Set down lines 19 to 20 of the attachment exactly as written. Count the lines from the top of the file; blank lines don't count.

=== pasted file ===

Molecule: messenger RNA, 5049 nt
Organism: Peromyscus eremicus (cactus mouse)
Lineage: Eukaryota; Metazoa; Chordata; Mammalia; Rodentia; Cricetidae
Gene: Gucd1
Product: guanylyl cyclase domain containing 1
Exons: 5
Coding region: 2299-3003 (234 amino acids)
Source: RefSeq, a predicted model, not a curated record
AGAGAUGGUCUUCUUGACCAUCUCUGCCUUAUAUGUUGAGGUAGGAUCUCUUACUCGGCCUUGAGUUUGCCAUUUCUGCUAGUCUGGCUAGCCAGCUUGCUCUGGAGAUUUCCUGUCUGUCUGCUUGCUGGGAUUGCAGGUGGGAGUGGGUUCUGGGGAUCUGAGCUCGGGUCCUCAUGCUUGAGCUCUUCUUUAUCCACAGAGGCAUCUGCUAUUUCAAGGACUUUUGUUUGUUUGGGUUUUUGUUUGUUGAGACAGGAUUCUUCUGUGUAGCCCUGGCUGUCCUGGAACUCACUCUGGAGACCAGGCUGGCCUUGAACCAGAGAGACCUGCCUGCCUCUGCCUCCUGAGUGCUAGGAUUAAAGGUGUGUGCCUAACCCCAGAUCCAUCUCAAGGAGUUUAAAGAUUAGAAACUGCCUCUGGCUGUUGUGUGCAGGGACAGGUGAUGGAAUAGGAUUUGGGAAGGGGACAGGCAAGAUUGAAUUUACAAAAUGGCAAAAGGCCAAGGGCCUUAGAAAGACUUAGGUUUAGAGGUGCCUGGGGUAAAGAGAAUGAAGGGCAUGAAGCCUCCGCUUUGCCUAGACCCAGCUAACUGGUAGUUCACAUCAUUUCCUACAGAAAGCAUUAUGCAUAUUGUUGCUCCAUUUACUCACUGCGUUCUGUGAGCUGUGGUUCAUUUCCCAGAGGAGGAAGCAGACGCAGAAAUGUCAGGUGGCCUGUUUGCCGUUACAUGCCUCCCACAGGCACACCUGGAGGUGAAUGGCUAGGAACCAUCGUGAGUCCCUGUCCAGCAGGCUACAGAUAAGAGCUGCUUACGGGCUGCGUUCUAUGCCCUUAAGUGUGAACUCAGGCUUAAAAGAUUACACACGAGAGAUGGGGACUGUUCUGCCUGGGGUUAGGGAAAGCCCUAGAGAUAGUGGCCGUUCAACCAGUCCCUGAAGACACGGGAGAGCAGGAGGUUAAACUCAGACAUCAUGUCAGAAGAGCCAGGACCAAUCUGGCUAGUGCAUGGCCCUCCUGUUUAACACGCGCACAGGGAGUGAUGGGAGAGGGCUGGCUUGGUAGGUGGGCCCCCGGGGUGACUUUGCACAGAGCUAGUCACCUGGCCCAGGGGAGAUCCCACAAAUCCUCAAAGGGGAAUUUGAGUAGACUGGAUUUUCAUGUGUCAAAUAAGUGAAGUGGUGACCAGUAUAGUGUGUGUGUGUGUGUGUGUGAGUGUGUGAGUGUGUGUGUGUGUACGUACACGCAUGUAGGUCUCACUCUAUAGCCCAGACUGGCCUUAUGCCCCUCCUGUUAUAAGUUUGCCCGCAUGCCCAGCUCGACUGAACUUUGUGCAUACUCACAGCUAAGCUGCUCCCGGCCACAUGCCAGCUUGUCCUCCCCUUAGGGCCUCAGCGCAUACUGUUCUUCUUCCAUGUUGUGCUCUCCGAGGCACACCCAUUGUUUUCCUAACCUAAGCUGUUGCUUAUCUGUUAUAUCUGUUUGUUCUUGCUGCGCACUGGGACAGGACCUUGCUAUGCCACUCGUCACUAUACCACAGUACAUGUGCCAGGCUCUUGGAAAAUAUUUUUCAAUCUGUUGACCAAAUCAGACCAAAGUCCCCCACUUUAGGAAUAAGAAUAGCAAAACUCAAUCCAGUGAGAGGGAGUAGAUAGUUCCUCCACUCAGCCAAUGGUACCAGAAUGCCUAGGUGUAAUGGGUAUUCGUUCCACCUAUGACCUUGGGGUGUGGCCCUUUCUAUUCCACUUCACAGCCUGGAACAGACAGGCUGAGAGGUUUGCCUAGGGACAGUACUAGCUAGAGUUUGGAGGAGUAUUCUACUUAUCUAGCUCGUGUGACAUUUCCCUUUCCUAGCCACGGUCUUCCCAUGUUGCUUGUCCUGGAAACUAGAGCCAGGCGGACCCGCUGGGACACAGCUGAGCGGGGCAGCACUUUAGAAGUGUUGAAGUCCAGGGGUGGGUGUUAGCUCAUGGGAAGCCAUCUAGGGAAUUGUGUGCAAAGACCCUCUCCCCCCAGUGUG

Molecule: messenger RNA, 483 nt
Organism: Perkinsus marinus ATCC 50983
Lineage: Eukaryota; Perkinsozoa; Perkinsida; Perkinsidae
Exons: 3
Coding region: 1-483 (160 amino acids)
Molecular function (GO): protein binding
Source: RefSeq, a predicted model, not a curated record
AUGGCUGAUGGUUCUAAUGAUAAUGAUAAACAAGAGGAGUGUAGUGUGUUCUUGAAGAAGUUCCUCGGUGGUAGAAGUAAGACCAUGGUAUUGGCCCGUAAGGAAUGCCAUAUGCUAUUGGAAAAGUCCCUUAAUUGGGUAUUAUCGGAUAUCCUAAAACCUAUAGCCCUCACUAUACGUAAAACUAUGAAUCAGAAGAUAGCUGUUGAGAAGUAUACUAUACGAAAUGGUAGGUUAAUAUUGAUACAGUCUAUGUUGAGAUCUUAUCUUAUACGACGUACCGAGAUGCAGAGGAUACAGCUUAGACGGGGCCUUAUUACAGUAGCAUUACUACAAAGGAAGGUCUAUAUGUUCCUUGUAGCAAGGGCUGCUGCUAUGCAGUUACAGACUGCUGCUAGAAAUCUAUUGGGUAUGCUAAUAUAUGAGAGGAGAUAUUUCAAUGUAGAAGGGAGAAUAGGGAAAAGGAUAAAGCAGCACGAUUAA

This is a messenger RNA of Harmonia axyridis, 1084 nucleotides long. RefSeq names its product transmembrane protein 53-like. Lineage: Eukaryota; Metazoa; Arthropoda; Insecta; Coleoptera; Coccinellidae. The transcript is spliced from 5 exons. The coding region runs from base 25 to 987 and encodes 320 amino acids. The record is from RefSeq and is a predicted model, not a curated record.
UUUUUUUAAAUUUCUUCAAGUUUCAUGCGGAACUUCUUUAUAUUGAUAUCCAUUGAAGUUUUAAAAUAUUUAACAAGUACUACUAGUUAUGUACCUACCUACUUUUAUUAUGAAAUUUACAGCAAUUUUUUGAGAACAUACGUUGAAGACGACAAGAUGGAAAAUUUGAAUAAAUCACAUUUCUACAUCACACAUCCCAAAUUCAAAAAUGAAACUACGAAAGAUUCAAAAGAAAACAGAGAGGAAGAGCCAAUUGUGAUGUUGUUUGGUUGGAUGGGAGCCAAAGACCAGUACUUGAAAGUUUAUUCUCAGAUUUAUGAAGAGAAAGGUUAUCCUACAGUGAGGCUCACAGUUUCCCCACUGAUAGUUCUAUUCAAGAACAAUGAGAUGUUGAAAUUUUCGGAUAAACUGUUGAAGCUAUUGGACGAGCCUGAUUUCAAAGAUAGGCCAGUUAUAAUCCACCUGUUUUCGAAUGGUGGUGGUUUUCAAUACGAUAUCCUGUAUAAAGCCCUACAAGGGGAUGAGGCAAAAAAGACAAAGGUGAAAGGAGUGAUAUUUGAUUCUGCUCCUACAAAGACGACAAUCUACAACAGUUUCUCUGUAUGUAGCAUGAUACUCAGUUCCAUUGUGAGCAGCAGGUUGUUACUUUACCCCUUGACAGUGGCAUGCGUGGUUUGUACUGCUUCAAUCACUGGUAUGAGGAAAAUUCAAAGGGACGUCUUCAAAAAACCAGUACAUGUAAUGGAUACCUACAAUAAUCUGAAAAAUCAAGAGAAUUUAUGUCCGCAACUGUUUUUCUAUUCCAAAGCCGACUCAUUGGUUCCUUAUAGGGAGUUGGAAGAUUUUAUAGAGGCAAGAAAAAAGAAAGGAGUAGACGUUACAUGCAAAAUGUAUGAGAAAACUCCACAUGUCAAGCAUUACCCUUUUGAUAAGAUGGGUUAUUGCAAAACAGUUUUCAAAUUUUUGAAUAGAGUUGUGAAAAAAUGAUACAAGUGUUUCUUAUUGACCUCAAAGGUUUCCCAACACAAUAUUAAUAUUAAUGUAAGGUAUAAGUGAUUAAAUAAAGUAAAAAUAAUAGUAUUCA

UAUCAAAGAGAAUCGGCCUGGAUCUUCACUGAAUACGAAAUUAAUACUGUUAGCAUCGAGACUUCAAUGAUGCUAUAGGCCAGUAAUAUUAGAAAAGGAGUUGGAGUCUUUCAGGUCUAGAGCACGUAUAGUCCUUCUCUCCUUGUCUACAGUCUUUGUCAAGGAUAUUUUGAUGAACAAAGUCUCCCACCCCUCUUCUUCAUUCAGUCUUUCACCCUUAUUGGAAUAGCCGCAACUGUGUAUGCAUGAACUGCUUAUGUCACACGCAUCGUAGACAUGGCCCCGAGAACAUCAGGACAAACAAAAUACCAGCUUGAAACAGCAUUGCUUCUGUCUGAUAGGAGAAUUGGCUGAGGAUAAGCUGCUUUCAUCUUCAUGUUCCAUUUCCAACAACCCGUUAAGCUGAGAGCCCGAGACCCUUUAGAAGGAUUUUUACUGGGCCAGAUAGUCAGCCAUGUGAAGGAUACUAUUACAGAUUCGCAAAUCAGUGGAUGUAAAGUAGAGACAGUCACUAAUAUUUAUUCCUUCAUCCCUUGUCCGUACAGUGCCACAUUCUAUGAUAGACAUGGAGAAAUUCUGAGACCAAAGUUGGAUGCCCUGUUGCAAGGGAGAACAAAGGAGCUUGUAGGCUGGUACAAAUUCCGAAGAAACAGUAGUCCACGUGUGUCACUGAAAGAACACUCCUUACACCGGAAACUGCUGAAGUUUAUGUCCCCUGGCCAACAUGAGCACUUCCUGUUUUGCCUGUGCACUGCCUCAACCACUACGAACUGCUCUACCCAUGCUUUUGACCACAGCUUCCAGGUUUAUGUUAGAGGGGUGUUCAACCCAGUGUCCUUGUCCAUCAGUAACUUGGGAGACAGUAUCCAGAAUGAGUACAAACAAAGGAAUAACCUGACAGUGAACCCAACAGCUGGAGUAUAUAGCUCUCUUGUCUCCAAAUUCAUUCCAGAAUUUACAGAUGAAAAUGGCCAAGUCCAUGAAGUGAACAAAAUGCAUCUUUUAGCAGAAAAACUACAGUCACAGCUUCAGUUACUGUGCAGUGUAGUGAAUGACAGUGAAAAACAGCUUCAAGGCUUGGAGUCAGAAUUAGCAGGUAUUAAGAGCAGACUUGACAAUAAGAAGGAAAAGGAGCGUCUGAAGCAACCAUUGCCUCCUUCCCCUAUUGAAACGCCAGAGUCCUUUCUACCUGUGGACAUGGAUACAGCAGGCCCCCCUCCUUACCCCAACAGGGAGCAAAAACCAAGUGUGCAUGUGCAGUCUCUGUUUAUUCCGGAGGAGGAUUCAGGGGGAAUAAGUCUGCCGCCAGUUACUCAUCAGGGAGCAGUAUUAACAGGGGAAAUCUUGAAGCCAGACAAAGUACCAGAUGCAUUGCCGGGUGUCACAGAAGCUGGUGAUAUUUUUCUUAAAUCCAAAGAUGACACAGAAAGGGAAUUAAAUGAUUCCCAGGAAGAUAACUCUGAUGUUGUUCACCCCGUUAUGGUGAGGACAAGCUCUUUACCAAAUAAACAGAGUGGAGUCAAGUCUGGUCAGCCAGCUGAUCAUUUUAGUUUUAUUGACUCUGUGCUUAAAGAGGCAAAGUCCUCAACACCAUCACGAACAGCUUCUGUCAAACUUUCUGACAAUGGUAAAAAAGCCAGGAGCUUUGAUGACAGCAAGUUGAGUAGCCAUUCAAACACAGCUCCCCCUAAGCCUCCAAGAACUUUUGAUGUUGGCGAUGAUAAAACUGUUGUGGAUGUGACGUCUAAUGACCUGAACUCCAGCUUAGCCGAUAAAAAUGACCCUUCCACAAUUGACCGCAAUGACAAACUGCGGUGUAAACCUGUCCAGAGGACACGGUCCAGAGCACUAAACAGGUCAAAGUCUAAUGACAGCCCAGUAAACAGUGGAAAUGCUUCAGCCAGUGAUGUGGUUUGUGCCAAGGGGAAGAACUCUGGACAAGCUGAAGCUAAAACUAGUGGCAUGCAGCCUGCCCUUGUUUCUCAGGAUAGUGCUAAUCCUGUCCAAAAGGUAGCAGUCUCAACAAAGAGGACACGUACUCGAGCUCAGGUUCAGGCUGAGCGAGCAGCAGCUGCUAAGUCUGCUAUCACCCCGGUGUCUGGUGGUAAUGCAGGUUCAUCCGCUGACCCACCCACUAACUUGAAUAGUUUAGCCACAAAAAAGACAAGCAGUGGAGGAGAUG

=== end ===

UUUUUUUAAAUUUCUUCAAGUUUCAUGCGGAACUUCUUUAUAUUGAUAUCCAUUGAAGUUUUAAAAUAUUUAACAAGUACUACUAGUUAUGUACCUACCUACUUUUAUUAUGAAAUUUACAGCAAUUUUUUGAGAACAUACGUUGAAGACGACAAGAUGGAAAAUUUGAAUAAAUCACAUUUCUACAUCACACAUCCCAAAUUCAAAAAUGAAACUACGAAAGAUUCAAAAGAAAACAGAGAGGAAGAGCCAAUUGUGAUGUUGUUUGGUUGGAUGGGAGCCAAAGACCAGUACUUGAAAGUUUAUUCUCAGAUUUAUGAAGAGAAAGGUUAUCCUACAGUGAGGCUCACAGUUUCCCCACUGAUAGUUCUAUUCAAGAACAAUGAGAUGUUGAAAUUUUCGGAUAAACUGUUGAAGCUAUUGGACGAGCCUGAUUUCAAAGAUAGGCCAGUUAUAAUCCACCUGUUUUCGAAUGGUGGUGGUUUUCAAUACGAUAUCCUGUAUAAAGCCCUACAAGGGGAUGAGGCAAAAAAGACAAAGGUGAAAGGAGUGAUAUUUGAUUCUGCUCCUACAAAGACGACAAUCUACAACAGUUUCUCUGUAUGUAGCAUGAUACUCAGUUCCAUUGUGAGCAGCAGGUUGUUACUUUACCCCUUGACAGUGGCAUGCGUGGUUUGUACUGCUUCAAUCACUGGUAUGAGGAAAAUUCAAAGGGACGUCUUCAAAAAACCAGUACAUGUAAUGGAUACCUACAAUAAUCUGAAAAAUCAAGAGAAUUUAUGUCCGCAACUGUUUUUCUAUUCCAAAGCCGACUCAUUGGUUCCUUAUAGGGAGUUGGAAGAUUUUAUAGAGGCAAGAAAAAAGAAAGGAGUAGACGUUACAUGCAAAAUGUAUGAGAAAACUCCACAUGUCAAGCAUUACCCUUUUGAUAAGAUGGGUUAUUGCAAAACAGUUUUCAAAUUUUUGAAUAGAGUUGUGAAAAAAUGAUACAAGUGUUUCUUAUUGACCUCAAAGGUUUCCCAACACAAUAUUAAUAUUAAUGUAAGGUAUAAGUGAUUAAAUAAAGUAAAAAUAAUAGUAUUCA

UAUCAAAGAGAAUCGGCCUGGAUCUUCACUGAAUACGAAAUUAAUACUGUUAGCAUCGAGACUUCAAUGAUGCUAUAGGCCAGUAAUAUUAGAAAAGGAGUUGGAGUCUUUCAGGUCUAGAGCACGUAUAGUCCUUCUCUCCUUGUCUACAGUCUUUGUCAAGGAUAUUUUGAUGAACAAAGUCUCCCACCCCUCUUCUUCAUUCAGUCUUUCACCCUUAUUGGAAUAGCCGCAACUGUGUAUGCAUGAACUGCUUAUGUCACACGCAUCGUAGACAUGGCCCCGAGAACAUCAGGACAAACAAAAUACCAGCUUGAAACAGCAUUGCUUCUGUCUGAUAGGAGAAUUGGCUGAGGAUAAGCUGCUUUCAUCUUCAUGUUCCAUUUCCAACAACCCGUUAAGCUGAGAGCCCGAGACCCUUUAGAAGGAUUUUUACUGGGCCAGAUAGUCAGCCAUGUGAAGGAUACUAUUACAGAUUCGCAAAUCAGUGGAUGUAAAGUAGAGACAGUCACUAAUAUUUAUUCCUUCAUCCCUUGUCCGUACAGUGCCACAUUCUAUGAUAGACAUGGAGAAAUUCUGAGACCAAAGUUGGAUGCCCUGUUGCAAGGGAGAACAAAGGAGCUUGUAGGCUGGUACAAAUUCCGAAGAAACAGUAGUCCACGUGUGUCACUGAAAGAACACUCCUUACACCGGAAACUGCUGAAGUUUAUGUCCCCUGGCCAACAUGAGCACUUCCUGUUUUGCCUGUGCACUGCCUCAACCACUACGAACUGCUCUACCCAUGCUUUUGACCACAGCUUCCAGGUUUAUGUUAGAGGGGUGUUCAACCCAGUGUCCUUGUCCAUCAGUAACUUGGGAGACAGUAUCCAGAAUGAGUACAAACAAAGGAAUAACCUGACAGUGAACCCAACAGCUGGAGUAUAUAGCUCUCUUGUCUCCAAAUUCAUUCCAGAAUUUACAGAUGAAAAUGGCCAAGUCCAUGAAGUGAACAAAAUGCAUCUUUUAGCAGAAAAACUACAGUCACAGCUUCAGUUACUGUGCAGUGUAGUGAAUGACAGUGAAAAACAGCUUCAAGGCUUGGAGUCAGAAUUAGCAGGUAUUAAGAGCAGACUUGACAAUAAGAAGGAAAAGGAGCGUCUGAAGCAACCAUUGCCUCCUUCCCCUAUUGAAACGCCAGAGUCCUUUCUACCUGUGGACAUGGAUACAGCAGGCCCCCCUCCUUACCCCAACAGGGAGCAAAAACCAAGUGUGCAUGUGCAGUCUCUGUUUAUUCCGGAGGAGGAUUCAGGGGGAAUAAGUCUGCCGCCAGUUACUCAUCAGGGAGCAGUAUUAACAGGGGAAAUCUUGAAGCCAGACAAAGUACCAGAUGCAUUGCCGGGUGUCACAGAAGCUGGUGAUAUUUUUCUUAAAUCCAAAGAUGACACAGAAAGGGAAUUAAAUGAUUCCCAGGAAGAUAACUCUGAUGUUGUUCACCCCGUUAUGGUGAGGACAAGCUCUUUACCAAAUAAACAGAGUGGAGUCAAGUCUGGUCAGCCAGCUGAUCAUUUUAGUUUUAUUGACUCUGUGCUUAAAGAGGCAAAGUCCUCAACACCAUCACGAACAGCUUCUGUCAAACUUUCUGACAAUGGUAAAAAAGCCAGGAGCUUUGAUGACAGCAAGUUGAGUAGCCAUUCAAACACAGCUCCCCCUAAGCCUCCAAGAACUUUUGAUGUUGGCGAUGAUAAAACUGUUGUGGAUGUGACGUCUAAUGACCUGAACUCCAGCUUAGCCGAUAAAAAUGACCCUUCCACAAUUGACCGCAAUGACAAACUGCGGUGUAAACCUGUCCAGAGGACACGGUCCAGAGCACUAAACAGGUCAAAGUCUAAUGACAGCCCAGUAAACAGUGGAAAUGCUUCAGCCAGUGAUGUGGUUUGUGCCAAGGGGAAGAACUCUGGACAAGCUGAAGCUAAAACUAGUGGCAUGCAGCCUGCCCUUGUUUCUCAGGAUAGUGCUAAUCCUGUCCAAAAGGUAGCAGUCUCAACAAAGAGGACACGUACUCGAGCUCAGGUUCAGGCUGAGCGAGCAGCAGCUGCUAAGUCUGCUAUCACCCCGGUGUCUGGUGGUAAUGCAGGUUCAUCCGCUGACCCACCCACUAACUUGAAUAGUUUAGCCACAAAAAAGACAAGCAGUGGAGGAGAUG